Colleges prepare to sacrifice the queen (from Bryan Alexander’s blog)

(Not about anything online per se, but worthy of sending out.)

Some American campuses are still cutting programs and faculty five years into the Great Recession/some-sort-of-recovery. The most recent examples: twelve Pennsylvania universities.  One Minnesota university.  One in Washington, D.C.One in Vermont.  Adjuncts go, of course, but also tenure-track and tenured faculty.  These schools are cutting programs and departments, which means tenure’s protection doesn’t matter as much.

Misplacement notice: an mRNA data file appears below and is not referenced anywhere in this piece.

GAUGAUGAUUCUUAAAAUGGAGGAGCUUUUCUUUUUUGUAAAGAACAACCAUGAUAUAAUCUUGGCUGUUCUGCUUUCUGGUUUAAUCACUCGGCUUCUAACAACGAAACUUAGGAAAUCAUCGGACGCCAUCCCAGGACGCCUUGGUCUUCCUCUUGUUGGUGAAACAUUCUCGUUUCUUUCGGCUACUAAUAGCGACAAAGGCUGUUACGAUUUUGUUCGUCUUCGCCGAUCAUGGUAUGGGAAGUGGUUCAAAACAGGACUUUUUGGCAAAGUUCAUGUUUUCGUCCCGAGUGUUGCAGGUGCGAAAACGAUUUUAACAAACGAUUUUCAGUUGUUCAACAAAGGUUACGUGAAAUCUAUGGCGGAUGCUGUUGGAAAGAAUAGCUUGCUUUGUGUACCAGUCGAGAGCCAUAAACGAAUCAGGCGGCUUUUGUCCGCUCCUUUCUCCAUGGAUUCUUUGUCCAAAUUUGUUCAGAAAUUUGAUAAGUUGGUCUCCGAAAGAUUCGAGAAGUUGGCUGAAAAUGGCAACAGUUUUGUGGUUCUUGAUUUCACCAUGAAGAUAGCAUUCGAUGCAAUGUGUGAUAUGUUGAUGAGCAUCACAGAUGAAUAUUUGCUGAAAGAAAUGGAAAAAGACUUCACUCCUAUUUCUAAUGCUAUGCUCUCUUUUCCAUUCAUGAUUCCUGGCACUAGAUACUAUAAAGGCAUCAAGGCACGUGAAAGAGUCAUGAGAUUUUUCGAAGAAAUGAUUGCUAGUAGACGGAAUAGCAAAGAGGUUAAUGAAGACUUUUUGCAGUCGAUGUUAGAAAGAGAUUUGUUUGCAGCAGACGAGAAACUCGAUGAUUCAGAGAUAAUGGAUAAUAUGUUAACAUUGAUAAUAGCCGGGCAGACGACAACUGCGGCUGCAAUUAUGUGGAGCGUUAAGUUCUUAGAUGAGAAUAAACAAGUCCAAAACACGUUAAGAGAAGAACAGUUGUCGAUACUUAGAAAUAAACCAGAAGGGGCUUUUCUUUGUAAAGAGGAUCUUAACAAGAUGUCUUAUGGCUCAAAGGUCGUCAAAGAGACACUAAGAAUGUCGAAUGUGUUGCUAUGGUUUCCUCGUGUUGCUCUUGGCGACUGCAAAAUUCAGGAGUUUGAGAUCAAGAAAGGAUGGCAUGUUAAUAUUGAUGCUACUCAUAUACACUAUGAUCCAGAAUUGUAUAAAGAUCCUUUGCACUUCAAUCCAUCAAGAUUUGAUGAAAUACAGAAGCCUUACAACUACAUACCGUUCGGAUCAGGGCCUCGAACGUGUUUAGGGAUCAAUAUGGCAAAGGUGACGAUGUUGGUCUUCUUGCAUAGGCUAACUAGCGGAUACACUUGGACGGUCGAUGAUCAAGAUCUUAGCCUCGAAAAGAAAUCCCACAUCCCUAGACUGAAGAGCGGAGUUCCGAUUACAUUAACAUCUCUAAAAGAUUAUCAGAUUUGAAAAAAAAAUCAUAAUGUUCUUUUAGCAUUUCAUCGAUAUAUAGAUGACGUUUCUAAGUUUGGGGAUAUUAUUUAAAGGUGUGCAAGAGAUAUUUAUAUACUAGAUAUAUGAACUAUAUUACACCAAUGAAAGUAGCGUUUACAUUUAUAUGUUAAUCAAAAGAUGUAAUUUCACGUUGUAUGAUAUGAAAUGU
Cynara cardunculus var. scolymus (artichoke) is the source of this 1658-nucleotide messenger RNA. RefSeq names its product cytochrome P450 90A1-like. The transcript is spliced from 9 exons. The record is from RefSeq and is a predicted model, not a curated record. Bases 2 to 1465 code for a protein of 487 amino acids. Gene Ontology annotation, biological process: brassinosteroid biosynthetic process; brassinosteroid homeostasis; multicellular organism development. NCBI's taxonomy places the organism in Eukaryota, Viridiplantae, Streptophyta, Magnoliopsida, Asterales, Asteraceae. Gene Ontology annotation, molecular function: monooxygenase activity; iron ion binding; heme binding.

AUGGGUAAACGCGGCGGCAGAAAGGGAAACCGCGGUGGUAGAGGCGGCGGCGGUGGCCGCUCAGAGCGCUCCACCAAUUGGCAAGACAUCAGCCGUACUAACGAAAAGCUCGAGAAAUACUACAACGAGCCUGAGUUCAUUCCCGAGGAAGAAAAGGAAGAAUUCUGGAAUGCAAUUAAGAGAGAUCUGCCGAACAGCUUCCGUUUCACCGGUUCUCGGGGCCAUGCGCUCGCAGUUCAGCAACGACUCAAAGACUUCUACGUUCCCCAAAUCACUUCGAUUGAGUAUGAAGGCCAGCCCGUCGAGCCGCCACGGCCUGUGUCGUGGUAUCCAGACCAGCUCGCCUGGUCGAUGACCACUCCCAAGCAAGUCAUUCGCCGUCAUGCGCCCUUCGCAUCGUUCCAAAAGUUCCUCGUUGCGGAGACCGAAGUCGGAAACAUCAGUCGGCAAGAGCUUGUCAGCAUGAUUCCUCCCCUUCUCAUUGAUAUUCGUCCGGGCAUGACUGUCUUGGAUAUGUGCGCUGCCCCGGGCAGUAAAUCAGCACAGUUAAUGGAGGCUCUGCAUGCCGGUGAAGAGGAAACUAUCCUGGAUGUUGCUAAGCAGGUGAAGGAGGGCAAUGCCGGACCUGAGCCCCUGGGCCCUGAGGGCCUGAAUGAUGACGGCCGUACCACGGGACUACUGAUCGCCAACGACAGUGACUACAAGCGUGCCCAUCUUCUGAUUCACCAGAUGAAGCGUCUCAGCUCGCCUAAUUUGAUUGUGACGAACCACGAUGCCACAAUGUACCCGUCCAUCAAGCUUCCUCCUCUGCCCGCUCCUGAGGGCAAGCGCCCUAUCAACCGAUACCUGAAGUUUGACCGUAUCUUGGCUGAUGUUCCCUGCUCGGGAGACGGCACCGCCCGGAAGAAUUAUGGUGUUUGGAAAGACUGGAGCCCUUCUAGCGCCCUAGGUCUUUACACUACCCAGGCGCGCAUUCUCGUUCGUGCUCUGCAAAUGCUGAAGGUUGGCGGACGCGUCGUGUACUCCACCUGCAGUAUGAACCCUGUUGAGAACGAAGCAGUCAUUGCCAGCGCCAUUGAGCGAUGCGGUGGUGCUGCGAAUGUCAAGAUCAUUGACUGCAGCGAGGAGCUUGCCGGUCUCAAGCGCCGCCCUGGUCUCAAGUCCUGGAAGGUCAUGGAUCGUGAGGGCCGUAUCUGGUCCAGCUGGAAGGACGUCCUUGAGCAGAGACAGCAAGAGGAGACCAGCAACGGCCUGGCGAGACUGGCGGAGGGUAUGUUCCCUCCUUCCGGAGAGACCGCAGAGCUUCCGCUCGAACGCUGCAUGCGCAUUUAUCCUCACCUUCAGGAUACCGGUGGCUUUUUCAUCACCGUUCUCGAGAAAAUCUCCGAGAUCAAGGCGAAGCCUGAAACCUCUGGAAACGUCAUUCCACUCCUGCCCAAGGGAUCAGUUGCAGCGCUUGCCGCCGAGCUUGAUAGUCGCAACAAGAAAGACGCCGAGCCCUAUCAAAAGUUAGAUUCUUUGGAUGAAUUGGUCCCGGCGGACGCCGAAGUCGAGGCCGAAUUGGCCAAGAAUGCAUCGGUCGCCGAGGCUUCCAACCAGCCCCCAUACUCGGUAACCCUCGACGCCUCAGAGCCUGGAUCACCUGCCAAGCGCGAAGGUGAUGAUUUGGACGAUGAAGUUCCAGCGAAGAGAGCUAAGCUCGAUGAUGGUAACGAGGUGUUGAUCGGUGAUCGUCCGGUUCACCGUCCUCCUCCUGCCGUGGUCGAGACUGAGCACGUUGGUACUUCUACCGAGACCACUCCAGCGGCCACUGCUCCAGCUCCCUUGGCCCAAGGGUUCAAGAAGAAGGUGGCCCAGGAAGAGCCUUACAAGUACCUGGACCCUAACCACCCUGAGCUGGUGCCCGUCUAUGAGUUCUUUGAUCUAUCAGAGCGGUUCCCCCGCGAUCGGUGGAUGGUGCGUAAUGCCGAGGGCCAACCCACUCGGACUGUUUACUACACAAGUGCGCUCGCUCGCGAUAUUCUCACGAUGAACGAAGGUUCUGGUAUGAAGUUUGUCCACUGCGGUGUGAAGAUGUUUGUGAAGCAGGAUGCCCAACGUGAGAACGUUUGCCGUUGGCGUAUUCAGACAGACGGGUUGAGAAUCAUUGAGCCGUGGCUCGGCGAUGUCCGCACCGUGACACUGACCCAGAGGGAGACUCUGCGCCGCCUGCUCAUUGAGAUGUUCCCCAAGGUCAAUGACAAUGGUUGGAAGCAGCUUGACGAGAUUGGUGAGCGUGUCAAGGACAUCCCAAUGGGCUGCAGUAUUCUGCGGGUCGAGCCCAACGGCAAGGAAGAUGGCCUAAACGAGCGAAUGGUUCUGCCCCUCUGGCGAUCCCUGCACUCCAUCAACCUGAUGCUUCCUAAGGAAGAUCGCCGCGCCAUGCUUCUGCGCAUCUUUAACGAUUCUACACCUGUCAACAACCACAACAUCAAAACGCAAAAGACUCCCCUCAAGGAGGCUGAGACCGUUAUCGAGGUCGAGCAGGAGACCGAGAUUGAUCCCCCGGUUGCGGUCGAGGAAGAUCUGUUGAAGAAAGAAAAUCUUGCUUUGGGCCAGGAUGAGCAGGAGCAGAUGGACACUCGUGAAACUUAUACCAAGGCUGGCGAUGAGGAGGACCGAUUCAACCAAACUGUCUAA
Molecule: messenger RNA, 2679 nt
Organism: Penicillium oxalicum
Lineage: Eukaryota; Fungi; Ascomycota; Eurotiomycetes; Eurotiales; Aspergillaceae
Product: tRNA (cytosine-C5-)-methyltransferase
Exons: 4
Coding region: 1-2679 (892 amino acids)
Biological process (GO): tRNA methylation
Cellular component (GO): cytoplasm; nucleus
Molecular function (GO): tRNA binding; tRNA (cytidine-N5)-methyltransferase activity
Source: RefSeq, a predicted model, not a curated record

What if this isn’t a blip, but a trend?

Let’s call this strategy academia sacrifices its queen. That’s a risky chess move where one player gives up their most powerful piece in order to win the game.


What happens to the humanities and non-quantitatively-intensive social sciences, frequent targets of queen sacrifices?  The short answer is “they suffer”.  Again, campuses can outsource classes, either to bricks and mortar institutions.  Or humanists can make a more effective case for themselves, and convince everyone – politicians, parents, deans – that they are worth the very high price.

About Ryan C. Fowler

Ryan is a curricular fellow at the Center for Hellenic Studies in Washington D.C. He also teaches at Franklin and Marshall College and Lancaster Theological Seminary.
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